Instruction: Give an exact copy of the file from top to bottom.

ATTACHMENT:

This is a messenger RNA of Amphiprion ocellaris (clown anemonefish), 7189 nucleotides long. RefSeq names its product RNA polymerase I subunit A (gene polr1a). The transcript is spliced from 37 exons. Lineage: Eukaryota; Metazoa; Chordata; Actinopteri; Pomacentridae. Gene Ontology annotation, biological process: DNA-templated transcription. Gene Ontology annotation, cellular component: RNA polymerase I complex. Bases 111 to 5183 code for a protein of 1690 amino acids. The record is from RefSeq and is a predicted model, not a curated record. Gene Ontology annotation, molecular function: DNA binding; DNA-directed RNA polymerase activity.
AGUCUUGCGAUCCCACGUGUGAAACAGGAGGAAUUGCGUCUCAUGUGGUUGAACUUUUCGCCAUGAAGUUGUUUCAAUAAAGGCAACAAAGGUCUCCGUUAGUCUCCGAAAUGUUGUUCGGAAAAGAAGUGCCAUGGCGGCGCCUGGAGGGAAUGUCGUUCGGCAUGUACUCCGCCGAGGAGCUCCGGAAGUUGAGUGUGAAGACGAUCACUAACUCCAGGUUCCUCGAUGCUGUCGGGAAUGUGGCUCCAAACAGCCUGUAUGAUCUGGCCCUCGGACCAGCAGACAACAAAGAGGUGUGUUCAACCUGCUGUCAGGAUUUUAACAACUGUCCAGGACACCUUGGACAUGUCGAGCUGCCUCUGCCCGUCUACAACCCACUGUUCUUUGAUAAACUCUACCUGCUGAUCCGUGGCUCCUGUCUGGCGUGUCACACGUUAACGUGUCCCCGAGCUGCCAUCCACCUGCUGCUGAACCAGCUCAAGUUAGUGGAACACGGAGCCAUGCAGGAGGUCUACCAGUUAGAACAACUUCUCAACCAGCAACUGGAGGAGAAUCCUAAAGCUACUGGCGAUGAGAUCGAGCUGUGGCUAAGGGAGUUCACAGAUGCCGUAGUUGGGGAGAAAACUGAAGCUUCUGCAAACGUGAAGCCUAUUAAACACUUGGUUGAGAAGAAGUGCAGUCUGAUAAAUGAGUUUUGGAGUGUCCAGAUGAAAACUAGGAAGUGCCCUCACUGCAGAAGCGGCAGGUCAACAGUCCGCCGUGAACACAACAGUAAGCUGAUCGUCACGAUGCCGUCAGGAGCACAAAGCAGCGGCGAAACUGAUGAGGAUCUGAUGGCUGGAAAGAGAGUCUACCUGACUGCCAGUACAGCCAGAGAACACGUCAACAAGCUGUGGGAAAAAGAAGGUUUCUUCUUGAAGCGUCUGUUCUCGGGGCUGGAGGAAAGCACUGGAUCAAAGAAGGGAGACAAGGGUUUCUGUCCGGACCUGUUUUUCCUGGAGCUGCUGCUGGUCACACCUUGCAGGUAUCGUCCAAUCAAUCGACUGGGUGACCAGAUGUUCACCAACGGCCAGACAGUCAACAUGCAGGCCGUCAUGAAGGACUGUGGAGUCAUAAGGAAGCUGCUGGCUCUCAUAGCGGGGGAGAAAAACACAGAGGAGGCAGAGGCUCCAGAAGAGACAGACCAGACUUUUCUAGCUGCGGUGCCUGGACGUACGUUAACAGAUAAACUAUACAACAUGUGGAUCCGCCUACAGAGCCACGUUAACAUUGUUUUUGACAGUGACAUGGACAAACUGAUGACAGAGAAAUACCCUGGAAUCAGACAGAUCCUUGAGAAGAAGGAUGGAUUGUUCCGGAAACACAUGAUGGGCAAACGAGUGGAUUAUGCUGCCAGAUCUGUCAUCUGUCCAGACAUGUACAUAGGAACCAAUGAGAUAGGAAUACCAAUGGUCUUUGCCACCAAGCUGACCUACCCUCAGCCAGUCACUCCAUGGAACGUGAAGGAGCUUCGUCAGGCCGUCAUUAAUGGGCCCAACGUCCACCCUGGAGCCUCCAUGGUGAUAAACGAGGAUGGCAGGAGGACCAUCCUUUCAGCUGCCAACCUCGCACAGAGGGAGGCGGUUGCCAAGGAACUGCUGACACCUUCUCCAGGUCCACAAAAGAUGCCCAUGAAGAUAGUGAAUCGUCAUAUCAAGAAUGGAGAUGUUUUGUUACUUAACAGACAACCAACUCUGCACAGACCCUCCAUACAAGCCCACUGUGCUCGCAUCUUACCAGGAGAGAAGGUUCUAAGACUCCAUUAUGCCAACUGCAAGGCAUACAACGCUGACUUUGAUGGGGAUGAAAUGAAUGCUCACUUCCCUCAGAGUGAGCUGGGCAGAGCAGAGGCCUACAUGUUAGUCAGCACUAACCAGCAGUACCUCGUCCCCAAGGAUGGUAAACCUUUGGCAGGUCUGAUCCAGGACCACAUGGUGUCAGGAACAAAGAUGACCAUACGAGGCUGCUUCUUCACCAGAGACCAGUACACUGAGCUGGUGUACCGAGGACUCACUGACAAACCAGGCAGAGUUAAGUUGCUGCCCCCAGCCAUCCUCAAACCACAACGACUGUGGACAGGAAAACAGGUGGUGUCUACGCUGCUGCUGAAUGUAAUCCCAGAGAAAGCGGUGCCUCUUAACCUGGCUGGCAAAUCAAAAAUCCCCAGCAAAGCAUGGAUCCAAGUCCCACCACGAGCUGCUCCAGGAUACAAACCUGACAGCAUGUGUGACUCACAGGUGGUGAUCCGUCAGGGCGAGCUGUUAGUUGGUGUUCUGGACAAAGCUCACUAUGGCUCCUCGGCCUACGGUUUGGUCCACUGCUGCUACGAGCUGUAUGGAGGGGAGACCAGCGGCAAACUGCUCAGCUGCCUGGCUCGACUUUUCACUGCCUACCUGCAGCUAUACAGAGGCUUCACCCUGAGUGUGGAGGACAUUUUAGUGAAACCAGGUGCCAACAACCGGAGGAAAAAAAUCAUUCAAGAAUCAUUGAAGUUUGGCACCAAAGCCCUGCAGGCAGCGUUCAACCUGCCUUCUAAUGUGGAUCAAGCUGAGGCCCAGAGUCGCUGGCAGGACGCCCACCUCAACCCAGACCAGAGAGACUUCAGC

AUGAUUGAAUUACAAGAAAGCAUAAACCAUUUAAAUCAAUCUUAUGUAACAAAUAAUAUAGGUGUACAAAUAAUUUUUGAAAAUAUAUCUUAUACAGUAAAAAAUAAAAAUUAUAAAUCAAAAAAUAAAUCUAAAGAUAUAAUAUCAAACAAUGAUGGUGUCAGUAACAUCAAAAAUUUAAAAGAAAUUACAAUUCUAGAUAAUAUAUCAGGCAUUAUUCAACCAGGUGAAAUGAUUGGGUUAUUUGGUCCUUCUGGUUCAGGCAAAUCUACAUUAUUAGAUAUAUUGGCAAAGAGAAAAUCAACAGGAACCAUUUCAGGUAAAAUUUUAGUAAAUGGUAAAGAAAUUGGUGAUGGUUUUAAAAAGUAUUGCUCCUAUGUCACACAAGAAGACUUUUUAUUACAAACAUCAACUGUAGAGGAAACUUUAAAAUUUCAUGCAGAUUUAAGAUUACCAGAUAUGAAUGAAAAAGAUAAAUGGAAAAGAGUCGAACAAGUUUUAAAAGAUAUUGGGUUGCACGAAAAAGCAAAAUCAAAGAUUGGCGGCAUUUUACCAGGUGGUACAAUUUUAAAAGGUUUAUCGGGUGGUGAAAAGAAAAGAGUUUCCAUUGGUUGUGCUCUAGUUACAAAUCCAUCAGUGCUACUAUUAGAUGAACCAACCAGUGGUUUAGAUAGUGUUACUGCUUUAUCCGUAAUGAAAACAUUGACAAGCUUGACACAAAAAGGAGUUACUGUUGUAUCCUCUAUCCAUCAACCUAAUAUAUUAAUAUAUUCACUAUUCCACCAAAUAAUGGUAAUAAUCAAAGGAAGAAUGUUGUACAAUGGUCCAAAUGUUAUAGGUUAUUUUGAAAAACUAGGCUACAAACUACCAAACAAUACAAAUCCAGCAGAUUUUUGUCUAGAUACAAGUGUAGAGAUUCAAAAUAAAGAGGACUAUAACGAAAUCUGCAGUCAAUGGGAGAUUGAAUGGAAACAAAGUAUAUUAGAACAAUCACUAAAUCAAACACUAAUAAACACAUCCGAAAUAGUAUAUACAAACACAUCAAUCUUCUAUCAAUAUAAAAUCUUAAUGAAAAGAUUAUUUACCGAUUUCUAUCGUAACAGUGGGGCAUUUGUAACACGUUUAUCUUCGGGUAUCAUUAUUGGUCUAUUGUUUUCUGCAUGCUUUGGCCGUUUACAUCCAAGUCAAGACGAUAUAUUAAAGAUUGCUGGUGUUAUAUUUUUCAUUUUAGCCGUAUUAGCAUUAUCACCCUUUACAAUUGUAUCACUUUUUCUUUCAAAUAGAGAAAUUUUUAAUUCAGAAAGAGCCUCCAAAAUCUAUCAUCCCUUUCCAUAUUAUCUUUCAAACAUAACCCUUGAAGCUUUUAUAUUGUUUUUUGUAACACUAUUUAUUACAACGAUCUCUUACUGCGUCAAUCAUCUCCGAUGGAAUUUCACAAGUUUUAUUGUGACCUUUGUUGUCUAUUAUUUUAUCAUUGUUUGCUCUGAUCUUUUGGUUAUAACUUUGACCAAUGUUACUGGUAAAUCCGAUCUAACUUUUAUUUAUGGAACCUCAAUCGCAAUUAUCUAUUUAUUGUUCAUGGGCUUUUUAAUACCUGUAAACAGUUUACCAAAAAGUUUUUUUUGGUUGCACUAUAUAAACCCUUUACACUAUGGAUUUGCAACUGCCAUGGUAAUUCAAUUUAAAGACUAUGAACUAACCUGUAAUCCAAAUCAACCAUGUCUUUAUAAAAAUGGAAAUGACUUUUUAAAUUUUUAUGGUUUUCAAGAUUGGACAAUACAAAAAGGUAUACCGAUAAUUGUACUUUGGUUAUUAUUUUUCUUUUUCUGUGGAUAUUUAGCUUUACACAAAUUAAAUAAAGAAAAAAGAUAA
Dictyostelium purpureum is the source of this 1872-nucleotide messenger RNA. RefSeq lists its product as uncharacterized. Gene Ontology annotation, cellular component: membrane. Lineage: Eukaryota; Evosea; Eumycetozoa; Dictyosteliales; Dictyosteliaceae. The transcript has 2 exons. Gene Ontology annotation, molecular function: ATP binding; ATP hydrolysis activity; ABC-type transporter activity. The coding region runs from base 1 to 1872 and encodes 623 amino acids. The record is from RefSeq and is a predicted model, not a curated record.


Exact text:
This is a messenger RNA of Amphiprion ocellaris (clown anemonefish), 7189 nucleotides long. RefSeq names its product RNA polymerase I subunit A (gene polr1a). The transcript is spliced from 37 exons. Lineage: Eukaryota; Metazoa; Chordata; Actinopteri; Pomacentridae. Gene Ontology annotation, biological process: DNA-templated transcription. Gene Ontology annotation, cellular component: RNA polymerase I complex. Bases 111 to 5183 code for a protein of 1690 amino acids. The record is from RefSeq and is a predicted model, not a curated record. Gene Ontology annotation, molecular function: DNA binding; DNA-directed RNA polymerase activity.
AGUCUUGCGAUCCCACGUGUGAAACAGGAGGAAUUGCGUCUCAUGUGGUUGAACUUUUCGCCAUGAAGUUGUUUCAAUAAAGGCAACAAAGGUCUCCGUUAGUCUCCGAAAUGUUGUUCGGAAAAGAAGUGCCAUGGCGGCGCCUGGAGGGAAUGUCGUUCGGCAUGUACUCCGCCGAGGAGCUCCGGAAGUUGAGUGUGAAGACGAUCACUAACUCCAGGUUCCUCGAUGCUGUCGGGAAUGUGGCUCCAAACAGCCUGUAUGAUCUGGCCCUCGGACCAGCAGACAACAAAGAGGUGUGUUCAACCUGCUGUCAGGAUUUUAACAACUGUCCAGGACACCUUGGACAUGUCGAGCUGCCUCUGCCCGUCUACAACCCACUGUUCUUUGAUAAACUCUACCUGCUGAUCCGUGGCUCCUGUCUGGCGUGUCACACGUUAACGUGUCCCCGAGCUGCCAUCCACCUGCUGCUGAACCAGCUCAAGUUAGUGGAACACGGAGCCAUGCAGGAGGUCUACCAGUUAGAACAACUUCUCAACCAGCAACUGGAGGAGAAUCCUAAAGCUACUGGCGAUGAGAUCGAGCUGUGGCUAAGGGAGUUCACAGAUGCCGUAGUUGGGGAGAAAACUGAAGCUUCUGCAAACGUGAAGCCUAUUAAACACUUGGUUGAGAAGAAGUGCAGUCUGAUAAAUGAGUUUUGGAGUGUCCAGAUGAAAACUAGGAAGUGCCCUCACUGCAGAAGCGGCAGGUCAACAGUCCGCCGUGAACACAACAGUAAGCUGAUCGUCACGAUGCCGUCAGGAGCACAAAGCAGCGGCGAAACUGAUGAGGAUCUGAUGGCUGGAAAGAGAGUCUACCUGACUGCCAGUACAGCCAGAGAACACGUCAACAAGCUGUGGGAAAAAGAAGGUUUCUUCUUGAAGCGUCUGUUCUCGGGGCUGGAGGAAAGCACUGGAUCAAAGAAGGGAGACAAGGGUUUCUGUCCGGACCUGUUUUUCCUGGAGCUGCUGCUGGUCACACCUUGCAGGUAUCGUCCAAUCAAUCGACUGGGUGACCAGAUGUUCACCAACGGCCAGACAGUCAACAUGCAGGCCGUCAUGAAGGACUGUGGAGUCAUAAGGAAGCUGCUGGCUCUCAUAGCGGGGGAGAAAAACACAGAGGAGGCAGAGGCUCCAGAAGAGACAGACCAGACUUUUCUAGCUGCGGUGCCUGGACGUACGUUAACAGAUAAACUAUACAACAUGUGGAUCCGCCUACAGAGCCACGUUAACAUUGUUUUUGACAGUGACAUGGACAAACUGAUGACAGAGAAAUACCCUGGAAUCAGACAGAUCCUUGAGAAGAAGGAUGGAUUGUUCCGGAAACACAUGAUGGGCAAACGAGUGGAUUAUGCUGCCAGAUCUGUCAUCUGUCCAGACAUGUACAUAGGAACCAAUGAGAUAGGAAUACCAAUGGUCUUUGCCACCAAGCUGACCUACCCUCAGCCAGUCACUCCAUGGAACGUGAAGGAGCUUCGUCAGGCCGUCAUUAAUGGGCCCAACGUCCACCCUGGAGCCUCCAUGGUGAUAAACGAGGAUGGCAGGAGGACCAUCCUUUCAGCUGCCAACCUCGCACAGAGGGAGGCGGUUGCCAAGGAACUGCUGACACCUUCUCCAGGUCCACAAAAGAUGCCCAUGAAGAUAGUGAAUCGUCAUAUCAAGAAUGGAGAUGUUUUGUUACUUAACAGACAACCAACUCUGCACAGACCCUCCAUACAAGCCCACUGUGCUCGCAUCUUACCAGGAGAGAAGGUUCUAAGACUCCAUUAUGCCAACUGCAAGGCAUACAACGCUGACUUUGAUGGGGAUGAAAUGAAUGCUCACUUCCCUCAGAGUGAGCUGGGCAGAGCAGAGGCCUACAUGUUAGUCAGCACUAACCAGCAGUACCUCGUCCCCAAGGAUGGUAAACCUUUGGCAGGUCUGAUCCAGGACCACAUGGUGUCAGGAACAAAGAUGACCAUACGAGGCUGCUUCUUCACCAGAGACCAGUACACUGAGCUGGUGUACCGAGGACUCACUGACAAACCAGGCAGAGUUAAGUUGCUGCCCCCAGCCAUCCUCAAACCACAACGACUGUGGACAGGAAAACAGGUGGUGUCUACGCUGCUGCUGAAUGUAAUCCCAGAGAAAGCGGUGCCUCUUAACCUGGCUGGCAAAUCAAAAAUCCCCAGCAAAGCAUGGAUCCAAGUCCCACCACGAGCUGCUCCAGGAUACAAACCUGACAGCAUGUGUGACUCACAGGUGGUGAUCCGUCAGGGCGAGCUGUUAGUUGGUGUUCUGGACAAAGCUCACUAUGGCUCCUCGGCCUACGGUUUGGUCCACUGCUGCUACGAGCUGUAUGGAGGGGAGACCAGCGGCAAACUGCUCAGCUGCCUGGCUCGACUUUUCACUGCCUACCUGCAGCUAUACAGAGGCUUCACCCUGAGUGUGGAGGACAUUUUAGUGAAACCAGGUGCCAACAACCGGAGGAAAAAAAUCAUUCAAGAAUCAUUGAAGUUUGGCACCAAAGCCCUGCAGGCAGCGUUCAACCUGCCUUCUAAUGUGGAUCAAGCUGAGGCCCAGAGUCGCUGGCAGGACGCCCACCUCAACCCAGACCAGAGAGACUUCAGC

AUGAUUGAAUUACAAGAAAGCAUAAACCAUUUAAAUCAAUCUUAUGUAACAAAUAAUAUAGGUGUACAAAUAAUUUUUGAAAAUAUAUCUUAUACAGUAAAAAAUAAAAAUUAUAAAUCAAAAAAUAAAUCUAAAGAUAUAAUAUCAAACAAUGAUGGUGUCAGUAACAUCAAAAAUUUAAAAGAAAUUACAAUUCUAGAUAAUAUAUCAGGCAUUAUUCAACCAGGUGAAAUGAUUGGGUUAUUUGGUCCUUCUGGUUCAGGCAAAUCUACAUUAUUAGAUAUAUUGGCAAAGAGAAAAUCAACAGGAACCAUUUCAGGUAAAAUUUUAGUAAAUGGUAAAGAAAUUGGUGAUGGUUUUAAAAAGUAUUGCUCCUAUGUCACACAAGAAGACUUUUUAUUACAAACAUCAACUGUAGAGGAAACUUUAAAAUUUCAUGCAGAUUUAAGAUUACCAGAUAUGAAUGAAAAAGAUAAAUGGAAAAGAGUCGAACAAGUUUUAAAAGAUAUUGGGUUGCACGAAAAAGCAAAAUCAAAGAUUGGCGGCAUUUUACCAGGUGGUACAAUUUUAAAAGGUUUAUCGGGUGGUGAAAAGAAAAGAGUUUCCAUUGGUUGUGCUCUAGUUACAAAUCCAUCAGUGCUACUAUUAGAUGAACCAACCAGUGGUUUAGAUAGUGUUACUGCUUUAUCCGUAAUGAAAACAUUGACAAGCUUGACACAAAAAGGAGUUACUGUUGUAUCCUCUAUCCAUCAACCUAAUAUAUUAAUAUAUUCACUAUUCCACCAAAUAAUGGUAAUAAUCAAAGGAAGAAUGUUGUACAAUGGUCCAAAUGUUAUAGGUUAUUUUGAAAAACUAGGCUACAAACUACCAAACAAUACAAAUCCAGCAGAUUUUUGUCUAGAUACAAGUGUAGAGAUUCAAAAUAAAGAGGACUAUAACGAAAUCUGCAGUCAAUGGGAGAUUGAAUGGAAACAAAGUAUAUUAGAACAAUCACUAAAUCAAACACUAAUAAACACAUCCGAAAUAGUAUAUACAAACACAUCAAUCUUCUAUCAAUAUAAAAUCUUAAUGAAAAGAUUAUUUACCGAUUUCUAUCGUAACAGUGGGGCAUUUGUAACACGUUUAUCUUCGGGUAUCAUUAUUGGUCUAUUGUUUUCUGCAUGCUUUGGCCGUUUACAUCCAAGUCAAGACGAUAUAUUAAAGAUUGCUGGUGUUAUAUUUUUCAUUUUAGCCGUAUUAGCAUUAUCACCCUUUACAAUUGUAUCACUUUUUCUUUCAAAUAGAGAAAUUUUUAAUUCAGAAAGAGCCUCCAAAAUCUAUCAUCCCUUUCCAUAUUAUCUUUCAAACAUAACCCUUGAAGCUUUUAUAUUGUUUUUUGUAACACUAUUUAUUACAACGAUCUCUUACUGCGUCAAUCAUCUCCGAUGGAAUUUCACAAGUUUUAUUGUGACCUUUGUUGUCUAUUAUUUUAUCAUUGUUUGCUCUGAUCUUUUGGUUAUAACUUUGACCAAUGUUACUGGUAAAUCCGAUCUAACUUUUAUUUAUGGAACCUCAAUCGCAAUUAUCUAUUUAUUGUUCAUGGGCUUUUUAAUACCUGUAAACAGUUUACCAAAAAGUUUUUUUUGGUUGCACUAUAUAAACCCUUUACACUAUGGAUUUGCAACUGCCAUGGUAAUUCAAUUUAAAGACUAUGAACUAACCUGUAAUCCAAAUCAACCAUGUCUUUAUAAAAAUGGAAAUGACUUUUUAAAUUUUUAUGGUUUUCAAGAUUGGACAAUACAAAAAGGUAUACCGAUAAUUGUACUUUGGUUAUUAUUUUUCUUUUUCUGUGGAUAUUUAGCUUUACACAAAUUAAAUAAAGAAAAAAGAUAA
Dictyostelium purpureum is the source of this 1872-nucleotide messenger RNA. RefSeq lists its product as uncharacterized. Gene Ontology annotation, cellular component: membrane. Lineage: Eukaryota; Evosea; Eumycetozoa; Dictyosteliales; Dictyosteliaceae. The transcript has 2 exons. Gene Ontology annotation, molecular function: ATP binding; ATP hydrolysis activity; ABC-type transporter activity. The coding region runs from base 1 to 1872 and encodes 623 amino acids. The record is from RefSeq and is a predicted model, not a curated record.